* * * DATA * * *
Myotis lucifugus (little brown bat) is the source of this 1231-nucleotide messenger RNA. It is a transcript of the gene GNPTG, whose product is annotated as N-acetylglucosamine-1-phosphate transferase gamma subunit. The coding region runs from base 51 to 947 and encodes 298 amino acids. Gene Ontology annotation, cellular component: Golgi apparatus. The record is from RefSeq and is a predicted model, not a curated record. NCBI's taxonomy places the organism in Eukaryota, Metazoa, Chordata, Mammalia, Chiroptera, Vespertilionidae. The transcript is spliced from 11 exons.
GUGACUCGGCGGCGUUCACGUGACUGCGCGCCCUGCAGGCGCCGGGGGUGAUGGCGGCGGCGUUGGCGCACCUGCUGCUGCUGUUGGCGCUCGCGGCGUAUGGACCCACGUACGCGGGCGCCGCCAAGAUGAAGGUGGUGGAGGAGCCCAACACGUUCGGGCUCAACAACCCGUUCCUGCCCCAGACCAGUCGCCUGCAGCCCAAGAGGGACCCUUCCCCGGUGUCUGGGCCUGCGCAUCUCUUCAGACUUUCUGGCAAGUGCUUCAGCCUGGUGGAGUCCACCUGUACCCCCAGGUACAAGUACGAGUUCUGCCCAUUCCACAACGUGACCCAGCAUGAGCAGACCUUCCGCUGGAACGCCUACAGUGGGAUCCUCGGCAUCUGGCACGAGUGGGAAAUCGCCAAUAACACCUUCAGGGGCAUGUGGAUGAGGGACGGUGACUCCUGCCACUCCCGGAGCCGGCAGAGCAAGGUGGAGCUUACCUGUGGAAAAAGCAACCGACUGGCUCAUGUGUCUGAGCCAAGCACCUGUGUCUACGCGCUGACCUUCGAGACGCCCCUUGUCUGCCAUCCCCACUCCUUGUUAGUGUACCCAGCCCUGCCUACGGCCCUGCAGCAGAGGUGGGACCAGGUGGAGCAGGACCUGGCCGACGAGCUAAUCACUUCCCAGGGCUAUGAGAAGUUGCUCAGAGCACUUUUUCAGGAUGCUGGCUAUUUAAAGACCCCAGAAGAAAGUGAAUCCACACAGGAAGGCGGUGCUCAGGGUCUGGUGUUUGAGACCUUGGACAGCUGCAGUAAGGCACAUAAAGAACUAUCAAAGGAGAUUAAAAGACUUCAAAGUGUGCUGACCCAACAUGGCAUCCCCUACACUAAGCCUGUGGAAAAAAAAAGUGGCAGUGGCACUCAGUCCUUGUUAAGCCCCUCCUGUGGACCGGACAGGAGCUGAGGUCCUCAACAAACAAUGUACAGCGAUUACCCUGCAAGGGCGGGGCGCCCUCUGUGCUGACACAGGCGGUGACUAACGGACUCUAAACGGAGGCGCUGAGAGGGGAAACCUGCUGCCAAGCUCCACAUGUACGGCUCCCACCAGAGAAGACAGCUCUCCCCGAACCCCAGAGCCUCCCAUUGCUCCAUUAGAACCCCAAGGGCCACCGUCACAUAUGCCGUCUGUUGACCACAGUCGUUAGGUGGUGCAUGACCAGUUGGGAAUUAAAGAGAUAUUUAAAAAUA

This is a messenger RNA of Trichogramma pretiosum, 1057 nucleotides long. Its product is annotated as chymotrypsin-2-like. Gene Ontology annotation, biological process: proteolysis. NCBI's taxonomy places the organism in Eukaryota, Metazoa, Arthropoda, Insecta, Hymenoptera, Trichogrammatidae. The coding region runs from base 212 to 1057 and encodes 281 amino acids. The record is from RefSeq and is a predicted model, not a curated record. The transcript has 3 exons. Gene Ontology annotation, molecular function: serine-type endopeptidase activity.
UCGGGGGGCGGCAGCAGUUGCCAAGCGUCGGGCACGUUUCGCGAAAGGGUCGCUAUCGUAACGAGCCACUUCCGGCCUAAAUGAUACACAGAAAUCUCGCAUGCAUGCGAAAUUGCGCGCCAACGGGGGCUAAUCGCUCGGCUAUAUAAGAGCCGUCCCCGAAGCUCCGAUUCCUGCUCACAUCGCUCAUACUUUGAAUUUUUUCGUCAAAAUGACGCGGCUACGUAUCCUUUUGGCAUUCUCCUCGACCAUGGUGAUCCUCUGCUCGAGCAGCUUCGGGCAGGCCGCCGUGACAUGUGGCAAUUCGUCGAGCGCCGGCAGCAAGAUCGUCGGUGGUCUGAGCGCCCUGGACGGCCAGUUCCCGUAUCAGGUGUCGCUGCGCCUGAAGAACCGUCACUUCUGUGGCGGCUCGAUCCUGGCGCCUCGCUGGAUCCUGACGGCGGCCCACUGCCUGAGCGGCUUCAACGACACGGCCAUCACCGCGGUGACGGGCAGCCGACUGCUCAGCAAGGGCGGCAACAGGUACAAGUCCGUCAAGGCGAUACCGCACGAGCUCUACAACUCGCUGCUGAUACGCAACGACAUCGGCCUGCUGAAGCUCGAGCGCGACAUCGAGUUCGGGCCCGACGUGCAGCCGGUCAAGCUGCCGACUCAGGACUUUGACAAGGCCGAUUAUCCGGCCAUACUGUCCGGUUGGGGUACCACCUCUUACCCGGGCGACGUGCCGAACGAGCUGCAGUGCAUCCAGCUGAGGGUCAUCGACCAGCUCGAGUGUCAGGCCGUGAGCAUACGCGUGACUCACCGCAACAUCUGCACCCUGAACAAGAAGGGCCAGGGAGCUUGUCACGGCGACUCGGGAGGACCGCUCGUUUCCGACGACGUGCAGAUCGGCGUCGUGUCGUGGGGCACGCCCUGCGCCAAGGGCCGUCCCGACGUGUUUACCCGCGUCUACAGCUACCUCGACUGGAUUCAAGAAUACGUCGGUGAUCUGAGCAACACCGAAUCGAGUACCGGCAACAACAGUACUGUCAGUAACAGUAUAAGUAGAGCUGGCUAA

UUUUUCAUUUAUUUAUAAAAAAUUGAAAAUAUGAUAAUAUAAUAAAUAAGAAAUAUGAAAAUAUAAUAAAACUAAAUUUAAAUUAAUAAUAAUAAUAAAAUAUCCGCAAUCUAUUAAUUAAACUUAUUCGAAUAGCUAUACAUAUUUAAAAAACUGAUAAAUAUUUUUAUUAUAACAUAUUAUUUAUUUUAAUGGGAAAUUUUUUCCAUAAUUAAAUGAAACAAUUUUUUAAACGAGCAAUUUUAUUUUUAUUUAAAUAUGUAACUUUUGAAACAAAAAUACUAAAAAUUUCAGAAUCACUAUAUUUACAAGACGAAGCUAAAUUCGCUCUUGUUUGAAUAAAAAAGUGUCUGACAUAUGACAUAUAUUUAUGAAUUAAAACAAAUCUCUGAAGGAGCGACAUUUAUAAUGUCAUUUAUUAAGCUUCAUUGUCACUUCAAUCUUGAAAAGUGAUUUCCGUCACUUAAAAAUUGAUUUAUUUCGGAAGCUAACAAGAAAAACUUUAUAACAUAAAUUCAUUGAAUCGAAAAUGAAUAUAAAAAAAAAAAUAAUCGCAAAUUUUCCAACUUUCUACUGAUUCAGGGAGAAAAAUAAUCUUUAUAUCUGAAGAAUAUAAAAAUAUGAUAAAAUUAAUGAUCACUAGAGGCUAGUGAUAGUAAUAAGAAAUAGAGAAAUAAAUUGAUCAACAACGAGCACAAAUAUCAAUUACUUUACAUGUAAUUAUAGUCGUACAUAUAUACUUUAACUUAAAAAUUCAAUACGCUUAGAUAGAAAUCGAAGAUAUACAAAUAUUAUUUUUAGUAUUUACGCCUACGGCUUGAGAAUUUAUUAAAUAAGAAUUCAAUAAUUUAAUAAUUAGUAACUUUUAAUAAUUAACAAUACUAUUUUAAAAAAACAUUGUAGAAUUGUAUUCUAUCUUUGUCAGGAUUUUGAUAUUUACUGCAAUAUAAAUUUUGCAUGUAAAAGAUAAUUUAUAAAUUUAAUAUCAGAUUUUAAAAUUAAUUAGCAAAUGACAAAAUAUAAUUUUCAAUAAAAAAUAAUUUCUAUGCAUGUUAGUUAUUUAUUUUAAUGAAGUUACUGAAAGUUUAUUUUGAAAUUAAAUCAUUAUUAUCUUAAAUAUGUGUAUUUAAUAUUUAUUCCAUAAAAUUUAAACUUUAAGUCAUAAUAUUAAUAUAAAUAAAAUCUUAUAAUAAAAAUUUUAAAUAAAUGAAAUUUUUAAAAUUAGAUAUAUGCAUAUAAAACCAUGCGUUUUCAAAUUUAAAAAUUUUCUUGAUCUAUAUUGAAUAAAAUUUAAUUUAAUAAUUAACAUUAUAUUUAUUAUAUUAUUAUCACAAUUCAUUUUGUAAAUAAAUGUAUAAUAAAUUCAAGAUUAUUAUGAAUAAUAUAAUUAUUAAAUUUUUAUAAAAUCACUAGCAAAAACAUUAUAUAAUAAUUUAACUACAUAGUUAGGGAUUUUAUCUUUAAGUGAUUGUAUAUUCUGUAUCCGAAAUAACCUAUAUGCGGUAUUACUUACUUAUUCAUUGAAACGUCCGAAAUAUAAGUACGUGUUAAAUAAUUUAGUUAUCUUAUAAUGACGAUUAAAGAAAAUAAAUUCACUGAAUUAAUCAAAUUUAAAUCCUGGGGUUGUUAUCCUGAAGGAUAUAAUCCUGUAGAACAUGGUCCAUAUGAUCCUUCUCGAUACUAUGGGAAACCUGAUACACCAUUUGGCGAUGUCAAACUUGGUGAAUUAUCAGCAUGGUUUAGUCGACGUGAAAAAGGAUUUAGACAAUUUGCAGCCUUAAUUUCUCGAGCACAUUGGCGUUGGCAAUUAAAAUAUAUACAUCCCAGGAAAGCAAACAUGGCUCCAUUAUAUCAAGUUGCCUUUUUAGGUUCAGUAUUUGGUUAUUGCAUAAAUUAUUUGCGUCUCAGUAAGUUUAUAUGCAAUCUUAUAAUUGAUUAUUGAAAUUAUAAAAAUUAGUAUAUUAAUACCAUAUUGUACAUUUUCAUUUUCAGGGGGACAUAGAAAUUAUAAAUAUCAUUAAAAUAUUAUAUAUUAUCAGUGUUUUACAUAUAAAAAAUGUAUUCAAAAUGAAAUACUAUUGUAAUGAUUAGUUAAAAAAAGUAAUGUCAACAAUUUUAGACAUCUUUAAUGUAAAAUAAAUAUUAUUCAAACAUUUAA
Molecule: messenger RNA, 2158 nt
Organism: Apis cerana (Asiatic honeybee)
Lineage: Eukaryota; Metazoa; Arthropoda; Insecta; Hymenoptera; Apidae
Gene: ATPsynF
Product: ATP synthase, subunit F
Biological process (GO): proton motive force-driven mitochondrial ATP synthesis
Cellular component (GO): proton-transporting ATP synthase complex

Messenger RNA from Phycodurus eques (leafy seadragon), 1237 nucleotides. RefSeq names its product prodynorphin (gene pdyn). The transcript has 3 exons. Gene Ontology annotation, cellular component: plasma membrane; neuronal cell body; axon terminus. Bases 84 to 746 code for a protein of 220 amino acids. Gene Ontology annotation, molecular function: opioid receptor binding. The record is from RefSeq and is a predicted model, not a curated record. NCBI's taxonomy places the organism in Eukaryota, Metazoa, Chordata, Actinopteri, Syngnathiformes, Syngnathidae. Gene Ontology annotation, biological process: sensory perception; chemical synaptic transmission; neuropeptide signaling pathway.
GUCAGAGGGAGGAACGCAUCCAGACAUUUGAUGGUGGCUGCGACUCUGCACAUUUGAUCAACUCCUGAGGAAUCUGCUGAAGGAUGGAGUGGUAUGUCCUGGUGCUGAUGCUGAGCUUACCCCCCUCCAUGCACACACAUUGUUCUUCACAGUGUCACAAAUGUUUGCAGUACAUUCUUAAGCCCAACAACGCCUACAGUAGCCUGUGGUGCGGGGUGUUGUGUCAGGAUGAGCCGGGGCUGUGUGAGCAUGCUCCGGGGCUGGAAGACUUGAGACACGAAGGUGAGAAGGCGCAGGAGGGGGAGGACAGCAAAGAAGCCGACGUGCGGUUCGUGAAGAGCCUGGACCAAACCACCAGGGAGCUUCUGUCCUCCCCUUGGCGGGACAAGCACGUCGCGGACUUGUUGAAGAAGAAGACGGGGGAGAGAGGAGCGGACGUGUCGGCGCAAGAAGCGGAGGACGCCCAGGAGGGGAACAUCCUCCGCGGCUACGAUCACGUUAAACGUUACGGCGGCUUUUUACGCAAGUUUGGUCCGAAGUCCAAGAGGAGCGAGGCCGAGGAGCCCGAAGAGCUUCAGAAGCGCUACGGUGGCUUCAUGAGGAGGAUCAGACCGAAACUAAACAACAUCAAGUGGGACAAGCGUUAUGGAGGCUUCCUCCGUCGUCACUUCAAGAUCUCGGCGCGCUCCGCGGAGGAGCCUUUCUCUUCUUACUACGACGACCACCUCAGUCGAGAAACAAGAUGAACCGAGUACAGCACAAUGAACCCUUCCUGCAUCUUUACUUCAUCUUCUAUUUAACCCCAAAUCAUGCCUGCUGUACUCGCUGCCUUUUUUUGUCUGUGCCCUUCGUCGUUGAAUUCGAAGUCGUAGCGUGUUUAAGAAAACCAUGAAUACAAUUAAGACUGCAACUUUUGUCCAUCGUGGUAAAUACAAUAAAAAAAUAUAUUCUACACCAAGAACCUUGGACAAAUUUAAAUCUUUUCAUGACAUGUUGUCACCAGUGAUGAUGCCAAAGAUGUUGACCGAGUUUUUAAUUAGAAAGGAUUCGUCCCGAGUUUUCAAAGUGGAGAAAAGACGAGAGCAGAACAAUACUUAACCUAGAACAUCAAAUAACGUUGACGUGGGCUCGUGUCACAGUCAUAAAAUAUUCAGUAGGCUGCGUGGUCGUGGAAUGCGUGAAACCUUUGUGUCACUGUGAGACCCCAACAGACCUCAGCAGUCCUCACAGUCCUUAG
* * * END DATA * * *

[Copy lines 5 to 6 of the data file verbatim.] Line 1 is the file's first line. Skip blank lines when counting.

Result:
UUUUUCAUUUAUUUAUAAAAAAUUGAAAAUAUGAUAAUAUAAUAAAUAAGAAAUAUGAAAAUAUAAUAAAACUAAAUUUAAAUUAAUAAUAAUAAUAAAAUAUCCGCAAUCUAUUAAUUAAACUUAUUCGAAUAGCUAUACAUAUUUAAAAAACUGAUAAAUAUUUUUAUUAUAACAUAUUAUUUAUUUUAAUGGGAAAUUUUUUCCAUAAUUAAAUGAAACAAUUUUUUAAACGAGCAAUUUUAUUUUUAUUUAAAUAUGUAACUUUUGAAACAAAAAUACUAAAAAUUUCAGAAUCACUAUAUUUACAAGACGAAGCUAAAUUCGCUCUUGUUUGAAUAAAAAAGUGUCUGACAUAUGACAUAUAUUUAUGAAUUAAAACAAAUCUCUGAAGGAGCGACAUUUAUAAUGUCAUUUAUUAAGCUUCAUUGUCACUUCAAUCUUGAAAAGUGAUUUCCGUCACUUAAAAAUUGAUUUAUUUCGGAAGCUAACAAGAAAAACUUUAUAACAUAAAUUCAUUGAAUCGAAAAUGAAUAUAAAAAAAAAAAUAAUCGCAAAUUUUCCAACUUUCUACUGAUUCAGGGAGAAAAAUAAUCUUUAUAUCUGAAGAAUAUAAAAAUAUGAUAAAAUUAAUGAUCACUAGAGGCUAGUGAUAGUAAUAAGAAAUAGAGAAAUAAAUUGAUCAACAACGAGCACAAAUAUCAAUUACUUUACAUGUAAUUAUAGUCGUACAUAUAUACUUUAACUUAAAAAUUCAAUACGCUUAGAUAGAAAUCGAAGAUAUACAAAUAUUAUUUUUAGUAUUUACGCCUACGGCUUGAGAAUUUAUUAAAUAAGAAUUCAAUAAUUUAAUAAUUAGUAACUUUUAAUAAUUAACAAUACUAUUUUAAAAAAACAUUGUAGAAUUGUAUUCUAUCUUUGUCAGGAUUUUGAUAUUUACUGCAAUAUAAAUUUUGCAUGUAAAAGAUAAUUUAUAAAUUUAAUAUCAGAUUUUAAAAUUAAUUAGCAAAUGACAAAAUAUAAUUUUCAAUAAAAAAUAAUUUCUAUGCAUGUUAGUUAUUUAUUUUAAUGAAGUUACUGAAAGUUUAUUUUGAAAUUAAAUCAUUAUUAUCUUAAAUAUGUGUAUUUAAUAUUUAUUCCAUAAAAUUUAAACUUUAAGUCAUAAUAUUAAUAUAAAUAAAAUCUUAUAAUAAAAAUUUUAAAUAAAUGAAAUUUUUAAAAUUAGAUAUAUGCAUAUAAAACCAUGCGUUUUCAAAUUUAAAAAUUUUCUUGAUCUAUAUUGAAUAAAAUUUAAUUUAAUAAUUAACAUUAUAUUUAUUAUAUUAUUAUCACAAUUCAUUUUGUAAAUAAAUGUAUAAUAAAUUCAAGAUUAUUAUGAAUAAUAUAAUUAUUAAAUUUUUAUAAAAUCACUAGCAAAAACAUUAUAUAAUAAUUUAACUACAUAGUUAGGGAUUUUAUCUUUAAGUGAUUGUAUAUUCUGUAUCCGAAAUAACCUAUAUGCGGUAUUACUUACUUAUUCAUUGAAACGUCCGAAAUAUAAGUACGUGUUAAAUAAUUUAGUUAUCUUAUAAUGACGAUUAAAGAAAAUAAAUUCACUGAAUUAAUCAAAUUUAAAUCCUGGGGUUGUUAUCCUGAAGGAUAUAAUCCUGUAGAACAUGGUCCAUAUGAUCCUUCUCGAUACUAUGGGAAACCUGAUACACCAUUUGGCGAUGUCAAACUUGGUGAAUUAUCAGCAUGGUUUAGUCGACGUGAAAAAGGAUUUAGACAAUUUGCAGCCUUAAUUUCUCGAGCACAUUGGCGUUGGCAAUUAAAAUAUAUACAUCCCAGGAAAGCAAACAUGGCUCCAUUAUAUCAAGUUGCCUUUUUAGGUUCAGUAUUUGGUUAUUGCAUAAAUUAUUUGCGUCUCAGUAAGUUUAUAUGCAAUCUUAUAAUUGAUUAUUGAAAUUAUAAAAAUUAGUAUAUUAAUACCAUAUUGUACAUUUUCAUUUUCAGGGGGACAUAGAAAUUAUAAAUAUCAUUAAAAUAUUAUAUAUUAUCAGUGUUUUACAUAUAAAAAAUGUAUUCAAAAUGAAAUACUAUUGUAAUGAUUAGUUAAAAAAAGUAAUGUCAACAAUUUUAGACAUCUUUAAUGUAAAAUAAAUAUUAUUCAAACAUUUAA
Molecule: messenger RNA, 2158 nt